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The Maasai mythology or Maasai religion are the traditional beliefs of the Maasai people of Kenya and Tanzania. In Maasai culture, nature and its elements are important facets of their religion.Ngai (also called Engai or Enkai) is the androgynous Supreme Creator, possessing both masculine and feminine principles. The Maasai refer to Ngai's primordial dwelling as "Ol Doinyo Lengai" which literally means "The Mountain of God" , which they believe is in Northern Tanzania.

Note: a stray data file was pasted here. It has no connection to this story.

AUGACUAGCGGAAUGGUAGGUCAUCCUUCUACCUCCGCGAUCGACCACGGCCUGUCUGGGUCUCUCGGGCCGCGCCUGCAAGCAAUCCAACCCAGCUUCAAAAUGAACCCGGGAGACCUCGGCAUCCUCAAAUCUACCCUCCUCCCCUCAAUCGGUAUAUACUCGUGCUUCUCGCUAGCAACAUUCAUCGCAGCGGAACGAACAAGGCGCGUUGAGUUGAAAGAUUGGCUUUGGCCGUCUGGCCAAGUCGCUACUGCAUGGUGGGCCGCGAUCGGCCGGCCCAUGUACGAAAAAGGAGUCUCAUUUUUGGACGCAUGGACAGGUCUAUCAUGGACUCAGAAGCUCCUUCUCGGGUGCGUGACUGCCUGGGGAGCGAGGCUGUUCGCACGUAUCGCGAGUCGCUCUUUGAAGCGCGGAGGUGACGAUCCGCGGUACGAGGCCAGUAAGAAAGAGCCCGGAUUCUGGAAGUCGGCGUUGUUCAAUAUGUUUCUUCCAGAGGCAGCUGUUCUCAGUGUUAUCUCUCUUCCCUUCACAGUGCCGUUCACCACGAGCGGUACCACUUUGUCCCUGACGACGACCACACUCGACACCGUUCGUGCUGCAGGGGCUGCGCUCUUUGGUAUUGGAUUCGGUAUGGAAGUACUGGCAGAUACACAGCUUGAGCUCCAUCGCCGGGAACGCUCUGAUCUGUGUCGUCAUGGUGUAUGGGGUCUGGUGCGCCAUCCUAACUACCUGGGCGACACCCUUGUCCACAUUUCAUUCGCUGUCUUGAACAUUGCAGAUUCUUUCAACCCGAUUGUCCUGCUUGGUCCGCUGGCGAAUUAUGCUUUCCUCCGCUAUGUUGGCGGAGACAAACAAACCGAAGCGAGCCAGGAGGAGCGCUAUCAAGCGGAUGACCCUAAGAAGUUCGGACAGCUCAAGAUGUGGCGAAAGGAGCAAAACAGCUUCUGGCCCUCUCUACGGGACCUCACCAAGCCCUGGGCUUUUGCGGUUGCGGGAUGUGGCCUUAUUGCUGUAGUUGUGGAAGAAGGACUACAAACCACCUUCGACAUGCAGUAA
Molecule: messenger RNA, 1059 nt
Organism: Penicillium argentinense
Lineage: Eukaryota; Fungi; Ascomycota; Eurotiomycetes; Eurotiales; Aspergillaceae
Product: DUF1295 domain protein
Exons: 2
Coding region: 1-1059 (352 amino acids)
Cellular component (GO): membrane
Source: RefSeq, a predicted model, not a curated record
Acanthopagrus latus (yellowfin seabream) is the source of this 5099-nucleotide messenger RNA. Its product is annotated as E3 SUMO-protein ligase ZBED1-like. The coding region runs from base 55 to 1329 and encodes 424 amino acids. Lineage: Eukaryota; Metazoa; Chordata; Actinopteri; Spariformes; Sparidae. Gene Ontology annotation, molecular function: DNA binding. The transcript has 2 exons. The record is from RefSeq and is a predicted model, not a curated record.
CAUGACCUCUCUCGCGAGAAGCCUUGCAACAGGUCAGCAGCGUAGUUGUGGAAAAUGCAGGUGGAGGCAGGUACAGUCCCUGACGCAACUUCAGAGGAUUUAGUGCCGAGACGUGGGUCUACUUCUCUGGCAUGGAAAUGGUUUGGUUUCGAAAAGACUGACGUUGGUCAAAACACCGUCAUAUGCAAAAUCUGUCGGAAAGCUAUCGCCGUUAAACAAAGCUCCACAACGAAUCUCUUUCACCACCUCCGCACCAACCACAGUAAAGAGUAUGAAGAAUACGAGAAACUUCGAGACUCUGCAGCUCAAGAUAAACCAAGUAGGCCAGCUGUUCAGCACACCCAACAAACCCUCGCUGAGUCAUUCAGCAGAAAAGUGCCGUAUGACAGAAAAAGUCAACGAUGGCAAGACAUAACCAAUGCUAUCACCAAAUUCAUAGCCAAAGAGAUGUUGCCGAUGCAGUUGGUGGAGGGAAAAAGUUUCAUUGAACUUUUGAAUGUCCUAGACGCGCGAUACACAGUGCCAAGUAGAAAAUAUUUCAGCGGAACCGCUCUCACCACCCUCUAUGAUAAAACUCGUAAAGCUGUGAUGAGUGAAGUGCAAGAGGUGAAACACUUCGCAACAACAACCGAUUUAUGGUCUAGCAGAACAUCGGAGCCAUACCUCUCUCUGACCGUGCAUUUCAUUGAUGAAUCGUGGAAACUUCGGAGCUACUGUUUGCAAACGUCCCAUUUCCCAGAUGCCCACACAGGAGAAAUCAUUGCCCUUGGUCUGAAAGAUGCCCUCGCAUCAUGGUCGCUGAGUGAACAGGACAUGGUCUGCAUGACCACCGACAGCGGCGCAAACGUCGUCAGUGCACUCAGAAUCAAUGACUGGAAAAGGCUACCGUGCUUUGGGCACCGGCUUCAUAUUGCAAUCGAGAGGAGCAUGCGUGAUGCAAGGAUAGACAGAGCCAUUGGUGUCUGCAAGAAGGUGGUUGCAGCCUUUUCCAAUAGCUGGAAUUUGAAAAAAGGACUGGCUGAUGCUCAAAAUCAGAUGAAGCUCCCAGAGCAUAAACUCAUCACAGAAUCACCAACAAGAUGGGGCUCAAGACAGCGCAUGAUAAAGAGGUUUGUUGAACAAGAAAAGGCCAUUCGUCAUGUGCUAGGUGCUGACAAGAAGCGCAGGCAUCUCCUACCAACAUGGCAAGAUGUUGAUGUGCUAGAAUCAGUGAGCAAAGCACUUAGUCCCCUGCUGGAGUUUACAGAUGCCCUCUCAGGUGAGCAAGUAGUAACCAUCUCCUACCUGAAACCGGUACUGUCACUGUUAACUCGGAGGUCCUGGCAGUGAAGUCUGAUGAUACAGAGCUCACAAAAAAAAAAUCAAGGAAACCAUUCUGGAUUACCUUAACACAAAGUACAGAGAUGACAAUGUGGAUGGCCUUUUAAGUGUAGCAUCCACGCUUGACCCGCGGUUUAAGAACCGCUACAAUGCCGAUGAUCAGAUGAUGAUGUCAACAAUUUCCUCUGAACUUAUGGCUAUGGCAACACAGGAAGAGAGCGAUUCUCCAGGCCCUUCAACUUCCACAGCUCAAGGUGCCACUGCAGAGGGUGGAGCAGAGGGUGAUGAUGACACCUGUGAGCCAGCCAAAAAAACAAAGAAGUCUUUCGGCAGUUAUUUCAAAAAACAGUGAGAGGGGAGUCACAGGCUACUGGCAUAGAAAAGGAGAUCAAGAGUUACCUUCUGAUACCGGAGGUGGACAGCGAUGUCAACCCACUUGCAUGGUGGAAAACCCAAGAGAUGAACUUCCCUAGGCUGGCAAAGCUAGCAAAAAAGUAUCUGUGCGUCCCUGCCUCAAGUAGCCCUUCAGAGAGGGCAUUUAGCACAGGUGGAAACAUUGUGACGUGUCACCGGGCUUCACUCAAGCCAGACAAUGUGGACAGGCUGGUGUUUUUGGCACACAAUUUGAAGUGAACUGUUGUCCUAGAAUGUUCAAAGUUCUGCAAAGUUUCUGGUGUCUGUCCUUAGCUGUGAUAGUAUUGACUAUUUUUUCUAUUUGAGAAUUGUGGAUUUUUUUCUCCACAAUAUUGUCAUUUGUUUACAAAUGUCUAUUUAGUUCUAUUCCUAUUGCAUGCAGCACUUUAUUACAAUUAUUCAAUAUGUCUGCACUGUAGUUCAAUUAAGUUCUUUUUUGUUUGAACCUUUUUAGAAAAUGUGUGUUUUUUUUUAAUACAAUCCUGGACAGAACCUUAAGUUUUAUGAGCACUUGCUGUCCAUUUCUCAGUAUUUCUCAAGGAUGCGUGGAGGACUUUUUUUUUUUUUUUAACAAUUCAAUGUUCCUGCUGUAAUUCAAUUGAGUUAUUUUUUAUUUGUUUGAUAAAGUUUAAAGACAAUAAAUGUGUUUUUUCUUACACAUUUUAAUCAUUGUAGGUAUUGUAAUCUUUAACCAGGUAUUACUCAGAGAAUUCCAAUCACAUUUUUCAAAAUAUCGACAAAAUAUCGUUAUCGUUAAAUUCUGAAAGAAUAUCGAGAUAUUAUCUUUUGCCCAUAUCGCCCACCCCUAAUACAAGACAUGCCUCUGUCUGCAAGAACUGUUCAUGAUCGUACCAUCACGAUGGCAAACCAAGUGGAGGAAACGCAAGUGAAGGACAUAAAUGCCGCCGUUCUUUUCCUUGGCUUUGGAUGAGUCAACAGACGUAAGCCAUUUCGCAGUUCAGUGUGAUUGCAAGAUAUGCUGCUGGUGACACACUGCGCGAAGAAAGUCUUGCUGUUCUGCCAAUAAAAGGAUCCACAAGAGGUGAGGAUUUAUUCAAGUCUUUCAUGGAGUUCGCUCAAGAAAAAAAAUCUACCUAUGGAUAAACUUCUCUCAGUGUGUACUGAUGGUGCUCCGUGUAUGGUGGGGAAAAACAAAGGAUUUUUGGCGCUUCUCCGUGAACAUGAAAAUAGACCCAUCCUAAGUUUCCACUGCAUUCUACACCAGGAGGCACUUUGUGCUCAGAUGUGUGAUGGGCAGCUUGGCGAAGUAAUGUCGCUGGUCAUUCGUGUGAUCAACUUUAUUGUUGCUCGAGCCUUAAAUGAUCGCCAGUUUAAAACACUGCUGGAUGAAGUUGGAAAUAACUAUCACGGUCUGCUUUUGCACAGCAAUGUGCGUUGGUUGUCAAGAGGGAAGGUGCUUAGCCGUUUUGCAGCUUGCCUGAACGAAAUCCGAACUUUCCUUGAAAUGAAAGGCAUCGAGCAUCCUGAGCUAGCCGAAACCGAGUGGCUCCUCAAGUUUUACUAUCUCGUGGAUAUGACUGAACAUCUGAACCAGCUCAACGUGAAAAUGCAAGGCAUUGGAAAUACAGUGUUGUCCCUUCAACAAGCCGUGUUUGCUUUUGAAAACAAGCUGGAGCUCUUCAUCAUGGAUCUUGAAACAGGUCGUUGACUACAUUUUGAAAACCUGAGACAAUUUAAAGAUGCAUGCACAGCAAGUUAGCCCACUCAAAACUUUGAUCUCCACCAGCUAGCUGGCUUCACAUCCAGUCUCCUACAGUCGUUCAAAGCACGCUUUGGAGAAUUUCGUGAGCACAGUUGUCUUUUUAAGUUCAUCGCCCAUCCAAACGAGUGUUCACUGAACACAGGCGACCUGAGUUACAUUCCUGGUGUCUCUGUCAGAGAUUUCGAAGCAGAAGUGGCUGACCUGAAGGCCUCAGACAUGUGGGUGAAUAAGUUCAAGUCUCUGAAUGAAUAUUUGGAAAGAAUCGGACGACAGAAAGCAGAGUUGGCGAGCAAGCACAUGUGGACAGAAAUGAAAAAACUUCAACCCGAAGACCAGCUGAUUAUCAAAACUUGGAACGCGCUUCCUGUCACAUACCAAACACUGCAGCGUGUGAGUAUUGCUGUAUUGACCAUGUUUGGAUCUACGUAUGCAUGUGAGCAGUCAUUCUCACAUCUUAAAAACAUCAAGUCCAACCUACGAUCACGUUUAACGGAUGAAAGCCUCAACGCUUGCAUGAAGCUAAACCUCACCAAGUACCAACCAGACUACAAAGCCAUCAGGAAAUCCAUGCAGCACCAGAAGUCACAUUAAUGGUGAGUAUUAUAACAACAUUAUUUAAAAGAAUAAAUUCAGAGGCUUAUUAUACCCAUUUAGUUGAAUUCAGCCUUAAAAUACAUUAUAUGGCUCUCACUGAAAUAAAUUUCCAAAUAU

In Maasai religion, the Laibon (plural: Laiboni) intercedes between the world of the living and the Creator. They are the Maasai's high priests and diviners. In addition to organizing and presiding over religious ceremonies--including sacrifice and libation, they also heal the living, physically and spiritually.
Naomi Kipury, Oral Literature of the Maasai (1983: East African Educational Publishers Ltd., PO Box 45314 Nairobi, Kenya
Spencer, Paul, (2003), "Providence and the cosmology of misfortune" and "Loonkidongi diviners and Prophets", in Spencer, P, Time, Space, and the Unknown: Maasai configurations of power and providence, Routledge, London (pp. 67-123).